With the characteristic cry, “Here we come, fellas,” the 332 FG escorted USAAF bombers over Europe. (screenshot)

Ottumwa, Iowa, native, Captain Robert W. Williams, a wartime pilot in the U.S. Army Air Corps’ “332nd Fighter Group”, the all African-American combat unit trained at Moton Field in Tuskegee, Alabama, wrote a manuscript years earlier, and worked with screenwriter T. S. Cook to create a screenplay originally intended for a feature film project. The plot combined fact and fiction to create an essentially historically accurate drama. Linking up with Frank Price, owner of Price Productions in 1985 finally gained some traction for the project and when financing was eventually obtained nearly 10 years later, Williams stayed on as co-executive producer and Price as executive producer.

Originally intended as a Home Box Office made-for-TV project, (HBO) invested more into the production, a reputed $8.5 million (the largest investment in a telefilm project to date) striving for historical accuracy.   Although most of the lead characters were fictitious composites of real pilots, the inclusion of Eleanor Roosevelt and General Benjamin “B.O.” Davis was based on actual events.   When First Lady Eleanor Roosevelt visited Tuskegee Army Air Field in 1941, she insisted on flying with Charles Alfred Anderson, the first African American to earn his pilot’s license and the first flight instructor of the Civilian Pilot Training Program (CPTP) organized at the Tuskegee Institute. She had the photograph of her in a training aircraft with a black pilot at the controls widely circulated. Other than some differences in physical appearance and profile, Andre Braugher’s portrayal of “B.O.” Davis and his role as the commanding officer pointedly was an accurate depiction of the unit’s first commander’s personality and character.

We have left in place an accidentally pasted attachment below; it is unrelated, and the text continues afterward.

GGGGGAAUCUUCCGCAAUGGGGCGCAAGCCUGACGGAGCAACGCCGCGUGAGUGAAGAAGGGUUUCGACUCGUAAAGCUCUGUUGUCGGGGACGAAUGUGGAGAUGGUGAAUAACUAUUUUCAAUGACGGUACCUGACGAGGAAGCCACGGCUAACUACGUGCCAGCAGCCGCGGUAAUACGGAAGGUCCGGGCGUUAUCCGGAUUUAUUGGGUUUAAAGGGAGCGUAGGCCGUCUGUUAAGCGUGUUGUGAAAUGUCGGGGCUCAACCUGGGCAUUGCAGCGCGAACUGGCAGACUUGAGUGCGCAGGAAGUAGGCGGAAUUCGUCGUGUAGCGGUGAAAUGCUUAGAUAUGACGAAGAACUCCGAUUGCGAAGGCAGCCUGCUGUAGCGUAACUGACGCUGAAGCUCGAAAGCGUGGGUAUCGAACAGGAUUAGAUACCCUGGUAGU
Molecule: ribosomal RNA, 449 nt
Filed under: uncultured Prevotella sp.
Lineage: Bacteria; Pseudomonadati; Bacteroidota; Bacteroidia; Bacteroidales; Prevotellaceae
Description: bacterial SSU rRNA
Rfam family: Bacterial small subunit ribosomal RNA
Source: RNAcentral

Red Tails

Location shooting took place at Fort Chaffee, right outside of Fort Smith, Arkansas. The barracks had been used in the filming of Biloxi Blues (1988), another wartime story. The principal photography also utilized locations at Juliette, GeorgiaMuskogee, Oklahoma as well as studio work in Los Angeles, California. A collection of period aircraft including North American T-6 Texans and North American P-51 Mustangs were representative of the many types flown by the Tuskegee Airmen. A small number of authentic P-51 fighter aircraft in appropriate “red tail” colors was employed in the aerial sequences.

In addition, a limited number of period gun-ciné films were also used, as were sequences from the films, Memphis Belle (1990) and Battle of Britain (1969). The producers also borrowed a technique used in Memphis Belle by using cutout silhouettes of aircraft to make it appear that there were more aircraft parked at the various airfields. One example of period dialogue that was faithful to the times was Hannibal Lee Jr. (another fictitious composite) singing: “Straighten up…” finished by Billy Roberts (fictional character): “…and fly right.” (The catchphrase was derived from the 1944 top-40 hit record, “Straighten Up and Fly Right” by The King Cole Trio led by Nat King Cole). ℗ is your source to learn about the broad and beautiful spectrum of our shared History.